Detroit House Preserves Memories of a Little-Known Part of Rosa Parks’s LifeBreaking News
tags: Rosa Parks
When Rosa Parks stayed there in the late 1950s, the house on South Deacon Street in southwest Detroit was modest — two stories high, with white shutters and a chimney peeking from the top.
In recent years, it suffered the same fate as thousands of other houses in blight-stricken Detroit: abandoned, ransacked by thieves looking for scrap metal and inhabited by only a few friendly raccoons. In September, it was demolished.
Yet there may be an afterlife for one of Ms. Parks’s former homes. The house’s materials have been shipped to an artist in Berlin, who wants to reconstruct the house to honor Ms. Parks’s life and her extraordinary role in the civil rights movement.
comments powered by Disqus
- The History Briefing on the 30th Anniversary of the Fall of the Berlin Wall
- History Says Bloomberg 2020 Would Be a Sure Loser
- Then and now: How Trump impeachment hearing is different
- Poland asks Netflix to make changes to documentary about Nazi death camp guard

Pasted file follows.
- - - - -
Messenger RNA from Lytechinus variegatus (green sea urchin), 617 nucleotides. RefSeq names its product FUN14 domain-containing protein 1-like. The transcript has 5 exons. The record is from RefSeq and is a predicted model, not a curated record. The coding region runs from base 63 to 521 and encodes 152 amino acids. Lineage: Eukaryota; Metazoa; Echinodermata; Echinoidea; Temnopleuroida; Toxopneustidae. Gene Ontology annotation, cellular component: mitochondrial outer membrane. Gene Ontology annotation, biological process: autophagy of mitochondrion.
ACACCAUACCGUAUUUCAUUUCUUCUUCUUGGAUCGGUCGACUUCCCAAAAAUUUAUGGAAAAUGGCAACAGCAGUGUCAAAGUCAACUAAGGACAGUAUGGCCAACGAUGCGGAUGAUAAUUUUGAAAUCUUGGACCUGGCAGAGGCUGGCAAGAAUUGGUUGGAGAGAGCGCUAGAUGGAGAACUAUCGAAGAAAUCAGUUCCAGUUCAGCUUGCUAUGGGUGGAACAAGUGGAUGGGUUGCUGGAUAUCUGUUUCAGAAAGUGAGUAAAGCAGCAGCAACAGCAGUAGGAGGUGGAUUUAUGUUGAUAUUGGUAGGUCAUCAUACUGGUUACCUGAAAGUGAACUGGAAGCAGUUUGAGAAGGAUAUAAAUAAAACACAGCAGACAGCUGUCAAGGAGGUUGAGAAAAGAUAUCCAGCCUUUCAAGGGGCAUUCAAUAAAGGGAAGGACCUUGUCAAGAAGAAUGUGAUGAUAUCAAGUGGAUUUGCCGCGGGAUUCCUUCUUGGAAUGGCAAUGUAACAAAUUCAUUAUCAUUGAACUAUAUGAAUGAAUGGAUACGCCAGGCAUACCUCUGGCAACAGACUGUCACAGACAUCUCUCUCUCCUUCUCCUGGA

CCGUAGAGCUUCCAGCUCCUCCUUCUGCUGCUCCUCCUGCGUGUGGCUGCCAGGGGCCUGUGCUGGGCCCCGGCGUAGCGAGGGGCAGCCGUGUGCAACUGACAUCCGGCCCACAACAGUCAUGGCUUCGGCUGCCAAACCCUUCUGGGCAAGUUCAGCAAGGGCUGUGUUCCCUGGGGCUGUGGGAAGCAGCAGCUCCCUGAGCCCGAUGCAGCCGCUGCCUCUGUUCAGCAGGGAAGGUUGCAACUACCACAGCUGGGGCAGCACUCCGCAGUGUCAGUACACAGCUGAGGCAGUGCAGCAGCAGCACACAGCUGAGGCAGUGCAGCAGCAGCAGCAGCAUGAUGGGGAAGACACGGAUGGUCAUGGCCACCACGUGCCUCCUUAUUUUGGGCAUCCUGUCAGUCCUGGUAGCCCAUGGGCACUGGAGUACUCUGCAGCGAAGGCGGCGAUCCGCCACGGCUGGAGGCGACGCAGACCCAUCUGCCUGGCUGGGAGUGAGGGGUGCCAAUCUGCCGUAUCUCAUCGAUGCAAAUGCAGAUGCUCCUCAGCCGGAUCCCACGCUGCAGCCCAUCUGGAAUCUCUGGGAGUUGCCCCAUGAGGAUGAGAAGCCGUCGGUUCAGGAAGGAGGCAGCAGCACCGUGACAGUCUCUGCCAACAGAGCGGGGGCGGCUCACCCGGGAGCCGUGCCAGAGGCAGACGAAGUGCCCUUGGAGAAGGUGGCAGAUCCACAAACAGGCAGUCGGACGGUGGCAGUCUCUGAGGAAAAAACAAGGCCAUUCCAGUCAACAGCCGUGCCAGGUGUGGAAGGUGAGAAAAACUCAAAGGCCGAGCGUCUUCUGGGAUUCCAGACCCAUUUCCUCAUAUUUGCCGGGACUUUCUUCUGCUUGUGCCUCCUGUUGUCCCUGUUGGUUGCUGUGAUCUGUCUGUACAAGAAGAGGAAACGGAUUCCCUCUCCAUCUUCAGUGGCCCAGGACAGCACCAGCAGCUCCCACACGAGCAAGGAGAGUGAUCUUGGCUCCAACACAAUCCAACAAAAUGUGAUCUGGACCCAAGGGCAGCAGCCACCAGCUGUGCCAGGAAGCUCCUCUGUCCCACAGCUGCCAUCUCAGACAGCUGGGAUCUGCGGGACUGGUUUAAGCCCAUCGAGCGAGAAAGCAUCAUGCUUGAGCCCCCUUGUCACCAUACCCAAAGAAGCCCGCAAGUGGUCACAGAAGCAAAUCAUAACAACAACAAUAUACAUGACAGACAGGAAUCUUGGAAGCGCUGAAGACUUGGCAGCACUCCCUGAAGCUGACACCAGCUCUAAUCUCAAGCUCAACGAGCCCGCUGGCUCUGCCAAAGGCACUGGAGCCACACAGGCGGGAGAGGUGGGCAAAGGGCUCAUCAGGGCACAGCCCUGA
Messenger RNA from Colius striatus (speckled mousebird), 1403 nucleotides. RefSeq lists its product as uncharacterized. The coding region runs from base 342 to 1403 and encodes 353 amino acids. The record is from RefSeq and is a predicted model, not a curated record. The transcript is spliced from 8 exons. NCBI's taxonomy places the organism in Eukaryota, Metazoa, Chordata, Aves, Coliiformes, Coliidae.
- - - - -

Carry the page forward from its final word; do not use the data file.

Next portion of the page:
- What is a caliph? The Islamic State tries to boost its legitimacy by hijacking a historic institution
- Historian James McPherson Interviewed by the World Socialist Web Site on History of Slavery and NYT's 1619 Project
- Black Perspectives Publishes Online Forum: "Researching, Teaching, and Embodying the Black Diaspora"
- Distinguished professor, civil war historian James I. “Bud” Robertson Jr. passes away
- Noel Ignatiev, scholar who called for abolishing whiteness, dies at 78
- Historians Elizabeth Catte, Rebecca Solnit, and Peniel Joseph Quoted in Washington Post Article, "The Democrats Are Moving Left. Will America Follow?"